Lessons of Moore’s Law Guide Intel Internet of Things

Gordon MooreOn the eve of IoT Solutions World Congress in Barcelona, it’s fascinating to think that in just the past two years the Internet of Things (IoT) has risen to the point that it is now being called the next frontier of technology. Already, we are starting to see the emergence of some compelling examples of how IoT can improve the way people experience the world around them.

Over the next several days in Barcelona, we will show how the enterprise, OEMs, and consortiums such as the Industrial Internet Consortium (IIC), are leveraging Intel’s IoT offerings to fuel innovation across industries. We believe in the very near future, as we become better equipped to merge smart, connected things with data analytics, the scope and reach of IoT will become much grander in what it can accomplish.

As we embrace the accelerated IoT development and deployments demonstrated in Intel IoT solutions available today, we are ever mindful of how Moore’s Law helped to pave the way. Here’s how it all began.


Moore’s Law Hits 50 Years

GordonMooreIt’s truly fascinating what technologists are able to accomplish with Moore’s Law in the semiconductor industry. Thanks to Moore’s Law, computing capabilities that used to take up an entire floor of a building just a few years ago, can now fit in our desktops, laptops, smart phones, and wearables.

With the emergence of IoT we now have an opportunity to use Moore’s Law to deliver a value model for breakthrough technologies and capabilities that we have before us. Just as Moore’s Law predicted the rapid expansion of the number of transistors that could fit on an integrated circuit, if can now be used to describe the rapid growth of networks supporting IoT.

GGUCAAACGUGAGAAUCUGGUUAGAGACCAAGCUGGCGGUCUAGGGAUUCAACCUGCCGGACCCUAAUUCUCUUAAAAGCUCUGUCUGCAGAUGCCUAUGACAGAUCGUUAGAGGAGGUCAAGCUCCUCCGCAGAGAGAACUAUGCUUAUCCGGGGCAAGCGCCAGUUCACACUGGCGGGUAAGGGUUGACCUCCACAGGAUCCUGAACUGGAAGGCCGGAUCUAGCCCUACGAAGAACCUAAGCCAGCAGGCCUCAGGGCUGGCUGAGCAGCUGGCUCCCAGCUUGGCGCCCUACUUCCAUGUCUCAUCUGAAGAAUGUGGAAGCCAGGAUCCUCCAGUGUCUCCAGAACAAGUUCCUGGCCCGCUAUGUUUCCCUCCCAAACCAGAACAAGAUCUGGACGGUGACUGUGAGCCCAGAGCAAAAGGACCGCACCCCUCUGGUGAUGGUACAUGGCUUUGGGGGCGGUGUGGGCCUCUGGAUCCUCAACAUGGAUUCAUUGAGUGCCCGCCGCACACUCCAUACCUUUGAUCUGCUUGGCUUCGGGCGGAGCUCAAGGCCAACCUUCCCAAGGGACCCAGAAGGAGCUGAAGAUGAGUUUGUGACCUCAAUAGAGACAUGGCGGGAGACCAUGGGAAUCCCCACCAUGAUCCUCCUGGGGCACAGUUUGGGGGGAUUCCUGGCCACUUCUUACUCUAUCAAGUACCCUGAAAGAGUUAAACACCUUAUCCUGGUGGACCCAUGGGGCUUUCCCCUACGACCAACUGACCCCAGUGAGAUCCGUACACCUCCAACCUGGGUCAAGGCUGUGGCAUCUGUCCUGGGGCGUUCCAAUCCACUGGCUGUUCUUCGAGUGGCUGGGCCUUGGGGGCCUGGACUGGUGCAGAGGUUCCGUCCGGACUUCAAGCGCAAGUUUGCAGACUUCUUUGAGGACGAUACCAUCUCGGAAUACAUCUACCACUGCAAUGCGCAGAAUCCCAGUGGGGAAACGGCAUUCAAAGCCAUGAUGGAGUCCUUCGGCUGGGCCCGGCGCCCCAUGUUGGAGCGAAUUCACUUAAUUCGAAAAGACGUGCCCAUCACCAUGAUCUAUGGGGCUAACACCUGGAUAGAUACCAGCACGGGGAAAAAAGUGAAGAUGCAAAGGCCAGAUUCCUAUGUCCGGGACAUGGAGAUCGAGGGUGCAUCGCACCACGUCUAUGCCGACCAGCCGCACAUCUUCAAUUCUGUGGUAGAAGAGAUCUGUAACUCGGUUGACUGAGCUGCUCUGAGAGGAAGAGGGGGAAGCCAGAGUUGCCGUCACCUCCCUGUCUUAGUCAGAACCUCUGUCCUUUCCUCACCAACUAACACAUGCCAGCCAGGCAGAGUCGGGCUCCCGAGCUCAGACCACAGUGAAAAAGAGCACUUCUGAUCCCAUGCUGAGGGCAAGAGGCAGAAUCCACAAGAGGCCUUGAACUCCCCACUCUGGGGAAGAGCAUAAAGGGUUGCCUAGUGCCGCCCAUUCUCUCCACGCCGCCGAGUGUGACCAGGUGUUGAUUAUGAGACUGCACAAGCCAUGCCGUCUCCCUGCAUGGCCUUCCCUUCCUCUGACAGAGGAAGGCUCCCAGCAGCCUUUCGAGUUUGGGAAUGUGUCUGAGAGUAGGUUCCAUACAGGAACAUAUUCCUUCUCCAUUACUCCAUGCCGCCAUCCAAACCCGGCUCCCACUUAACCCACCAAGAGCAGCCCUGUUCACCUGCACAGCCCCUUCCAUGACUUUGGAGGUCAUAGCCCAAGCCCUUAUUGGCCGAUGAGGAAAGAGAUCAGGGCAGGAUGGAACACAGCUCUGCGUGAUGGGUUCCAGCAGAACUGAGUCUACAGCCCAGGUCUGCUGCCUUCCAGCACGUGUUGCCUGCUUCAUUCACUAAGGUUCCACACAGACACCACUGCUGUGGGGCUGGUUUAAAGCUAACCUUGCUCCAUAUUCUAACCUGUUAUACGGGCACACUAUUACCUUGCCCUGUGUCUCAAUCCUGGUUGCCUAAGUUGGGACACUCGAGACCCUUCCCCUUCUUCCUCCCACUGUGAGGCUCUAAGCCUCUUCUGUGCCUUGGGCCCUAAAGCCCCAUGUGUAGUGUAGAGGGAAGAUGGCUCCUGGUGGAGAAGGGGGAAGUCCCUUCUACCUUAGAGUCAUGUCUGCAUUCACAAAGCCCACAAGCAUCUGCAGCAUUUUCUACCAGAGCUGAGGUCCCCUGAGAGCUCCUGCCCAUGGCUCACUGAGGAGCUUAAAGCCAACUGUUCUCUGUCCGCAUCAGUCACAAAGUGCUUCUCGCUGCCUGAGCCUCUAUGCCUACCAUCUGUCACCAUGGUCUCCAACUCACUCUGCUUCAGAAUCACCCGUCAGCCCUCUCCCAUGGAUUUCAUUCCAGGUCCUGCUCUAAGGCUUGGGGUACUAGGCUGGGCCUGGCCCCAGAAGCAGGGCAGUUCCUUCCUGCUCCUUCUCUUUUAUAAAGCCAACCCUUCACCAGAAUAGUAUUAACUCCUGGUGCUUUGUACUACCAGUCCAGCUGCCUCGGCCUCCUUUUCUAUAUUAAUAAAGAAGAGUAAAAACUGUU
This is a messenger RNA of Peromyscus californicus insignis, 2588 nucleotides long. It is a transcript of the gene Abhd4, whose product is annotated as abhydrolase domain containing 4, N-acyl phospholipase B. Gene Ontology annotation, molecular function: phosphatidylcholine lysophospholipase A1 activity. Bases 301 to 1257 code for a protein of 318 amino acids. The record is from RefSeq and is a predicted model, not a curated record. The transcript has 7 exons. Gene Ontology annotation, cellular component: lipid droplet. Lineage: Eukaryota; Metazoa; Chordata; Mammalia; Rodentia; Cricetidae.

How Moore’s Law Set Up IoT

Intel Internet of Things solutions for industrial

The IoT story really began five decades ago, shortly after Moore’s Law was established, when we started embedding computing into more machines. Embedding gave us the ability to control those machines and extract data from them. We didn’t know it at the time, but this was the first step needed for the transformation to IoT.

The second step began a decade ago, as we started to see the emergence of cloud computing. We say that the economics of scalable computing power changed dramatically. Suddenly we could gain access to servers, storage, and networking in a very cost-effective way.

Intel Internet of Things digital signage solution for retailThe third step is evolving today. It’s enabling things that are generating data to become connected and to provide previously unavailable information through big data analytics. We can now harness data to extract more information from embedded things in our connected devices. This allows for interconnectivity between different kinds of ecosystems to create compelling new solutions.

Intel, and others in the industry, forecast that 50 billion devices will be connected by 2020. In 2015, 15 billion devices have integrated computing, but 85 percent of those are not connected to each other and they’re not connected to the Internet. That really gives you the scope of the opportunity.